Humans do this quirky thing when faced with a story. They willfully suspend their disbelief. I'm exceptionally good at it, and it makes me wonder if it's a trait of writers.
It's pretty important to fiction writers. And critical to readers if they're going to be entertained. So... what is "suspension of disbelief"?
I like this definition, written by Dr. Wheeler of Carson-Newman University:
and willingly setting aside our beliefs about reality in order
to enjoy the make-believe of a play, a poem, film, or a story.
Perfectly intelligent readers can enjoy tall-tales about Pecos
Bill roping a whirlwind, or vampires invading a small town in
Maine, or frightening alternative histories in which Hitler
wins World War II, without being "gullible" or "childish."
To do so, however, the audience members must set aside their
sense of "what's real" for the duration of the play,
or the movie, or the book."
And on this page, Dictionary.com , it's defined: "a willingness to suspend one's critical faculties and believe the unbelievable; sacrifice of realism and logic for the sake of enjoyment"
It takes this to enjoy a series like "Twilight" even while knowing that sparkly vampires aren't real. And in the Wizard of Oz, we know that the flying monkeys aren't real, but they've been terrifying viewers for decades.
It allows the reader/listener/viewer to step away from reality, and "play along" with the proffered fiction.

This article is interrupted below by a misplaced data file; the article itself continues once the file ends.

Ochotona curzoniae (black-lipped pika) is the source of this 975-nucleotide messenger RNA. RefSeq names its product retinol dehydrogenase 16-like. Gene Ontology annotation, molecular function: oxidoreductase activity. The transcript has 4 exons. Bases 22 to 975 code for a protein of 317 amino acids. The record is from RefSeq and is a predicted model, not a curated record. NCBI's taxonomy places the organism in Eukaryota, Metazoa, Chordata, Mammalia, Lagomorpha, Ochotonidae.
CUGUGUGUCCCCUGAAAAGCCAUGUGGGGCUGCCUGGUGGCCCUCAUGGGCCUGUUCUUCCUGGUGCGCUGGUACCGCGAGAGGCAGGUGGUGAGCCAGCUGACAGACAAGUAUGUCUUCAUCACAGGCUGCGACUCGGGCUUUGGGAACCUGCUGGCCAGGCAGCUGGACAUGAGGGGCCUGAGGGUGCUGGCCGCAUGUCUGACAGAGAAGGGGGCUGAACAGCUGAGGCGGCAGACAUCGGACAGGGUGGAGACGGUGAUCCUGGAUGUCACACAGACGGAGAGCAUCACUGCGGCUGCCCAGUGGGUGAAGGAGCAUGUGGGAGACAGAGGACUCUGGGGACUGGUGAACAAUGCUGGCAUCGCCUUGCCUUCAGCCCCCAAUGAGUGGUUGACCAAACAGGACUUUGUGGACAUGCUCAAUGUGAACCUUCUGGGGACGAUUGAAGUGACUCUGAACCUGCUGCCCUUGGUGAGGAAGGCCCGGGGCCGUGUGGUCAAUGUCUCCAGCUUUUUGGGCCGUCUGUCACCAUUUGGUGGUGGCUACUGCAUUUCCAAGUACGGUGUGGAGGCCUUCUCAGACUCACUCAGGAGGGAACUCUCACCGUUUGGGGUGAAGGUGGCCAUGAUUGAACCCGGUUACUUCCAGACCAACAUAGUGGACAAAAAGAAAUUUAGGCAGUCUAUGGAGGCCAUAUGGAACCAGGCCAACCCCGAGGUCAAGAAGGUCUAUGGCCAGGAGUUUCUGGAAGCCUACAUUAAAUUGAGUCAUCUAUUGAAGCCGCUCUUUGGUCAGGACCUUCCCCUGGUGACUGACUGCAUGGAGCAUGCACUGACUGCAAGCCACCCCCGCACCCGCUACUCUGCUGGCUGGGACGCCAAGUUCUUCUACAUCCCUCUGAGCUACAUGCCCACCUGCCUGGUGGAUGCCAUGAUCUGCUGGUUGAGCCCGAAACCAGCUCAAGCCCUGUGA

What makes it work? I'll give you my guess, based on being a reader, and a viewer. I have to relate to the characters. Even if they're aliens, there has to be some characterization that is a hopelessly human. For a book or a movie, if I'm not emotionally invested, it doesn't matter how fantastic the world-building is. It doesn't matter how wild the plot is. I need to feel the story through the emotions of the characters.
One last note. I'm the audience the studios look for. I get so deep in suspension that when the movie's over, I feel disoriented. I'll step outside and be shocked that it's still daylight--that it must be later because I was in the movie's fictional world for so long. I won't know which way to turn for the exit--I've lost track of which side of the cinema I'm in.
Please tell me that someone else does that too... :-)